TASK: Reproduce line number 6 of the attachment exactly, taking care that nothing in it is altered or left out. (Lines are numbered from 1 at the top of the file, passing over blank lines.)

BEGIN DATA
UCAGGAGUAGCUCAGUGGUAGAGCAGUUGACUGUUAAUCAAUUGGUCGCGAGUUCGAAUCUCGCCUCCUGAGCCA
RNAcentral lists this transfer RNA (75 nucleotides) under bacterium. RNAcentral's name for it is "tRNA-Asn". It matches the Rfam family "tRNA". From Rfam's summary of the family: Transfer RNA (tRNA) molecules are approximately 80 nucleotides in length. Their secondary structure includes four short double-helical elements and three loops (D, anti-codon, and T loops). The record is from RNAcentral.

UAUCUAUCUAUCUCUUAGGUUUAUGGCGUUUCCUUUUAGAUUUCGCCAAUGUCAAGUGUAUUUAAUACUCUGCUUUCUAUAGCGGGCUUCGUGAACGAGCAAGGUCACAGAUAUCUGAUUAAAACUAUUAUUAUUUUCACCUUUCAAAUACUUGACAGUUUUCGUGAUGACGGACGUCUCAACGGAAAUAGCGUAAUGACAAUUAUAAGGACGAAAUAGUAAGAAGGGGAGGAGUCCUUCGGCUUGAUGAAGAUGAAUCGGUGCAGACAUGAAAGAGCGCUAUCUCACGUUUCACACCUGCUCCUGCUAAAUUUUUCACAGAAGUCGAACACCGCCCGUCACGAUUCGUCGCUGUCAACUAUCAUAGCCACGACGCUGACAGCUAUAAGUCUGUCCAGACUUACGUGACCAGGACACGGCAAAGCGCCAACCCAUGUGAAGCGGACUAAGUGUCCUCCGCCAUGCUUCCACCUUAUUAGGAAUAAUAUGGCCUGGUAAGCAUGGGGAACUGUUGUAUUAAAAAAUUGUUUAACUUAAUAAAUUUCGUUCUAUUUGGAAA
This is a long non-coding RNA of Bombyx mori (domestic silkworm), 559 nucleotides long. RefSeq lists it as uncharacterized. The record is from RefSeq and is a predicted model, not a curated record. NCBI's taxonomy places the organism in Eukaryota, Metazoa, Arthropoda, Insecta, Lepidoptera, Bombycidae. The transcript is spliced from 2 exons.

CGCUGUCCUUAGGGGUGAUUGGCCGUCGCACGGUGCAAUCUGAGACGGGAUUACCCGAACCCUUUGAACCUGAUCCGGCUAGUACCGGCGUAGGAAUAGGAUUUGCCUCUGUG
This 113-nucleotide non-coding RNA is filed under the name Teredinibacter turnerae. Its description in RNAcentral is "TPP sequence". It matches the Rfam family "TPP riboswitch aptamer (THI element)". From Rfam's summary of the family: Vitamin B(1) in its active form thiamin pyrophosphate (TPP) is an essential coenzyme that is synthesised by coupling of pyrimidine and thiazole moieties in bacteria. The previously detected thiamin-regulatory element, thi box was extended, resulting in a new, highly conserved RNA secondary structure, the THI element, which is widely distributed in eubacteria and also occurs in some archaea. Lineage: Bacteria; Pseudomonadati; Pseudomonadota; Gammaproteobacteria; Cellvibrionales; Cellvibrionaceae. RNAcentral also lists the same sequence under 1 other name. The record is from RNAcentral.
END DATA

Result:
This 113-nucleotide non-coding RNA is filed under the name Teredinibacter turnerae. Its description in RNAcentral is "TPP sequence". It matches the Rfam family "TPP riboswitch aptamer (THI element)". From Rfam's summary of the family: Vitamin B(1) in its active form thiamin pyrophosphate (TPP) is an essential coenzyme that is synthesised by coupling of pyrimidine and thiazole moieties in bacteria. The previously detected thiamin-regulatory element, thi box was extended, resulting in a new, highly conserved RNA secondary structure, the THI element, which is widely distributed in eubacteria and also occurs in some archaea. Lineage: Bacteria; Pseudomonadati; Pseudomonadota; Gammaproteobacteria; Cellvibrionales; Cellvibrionaceae. RNAcentral also lists the same sequence under 1 other name. The record is from RNAcentral.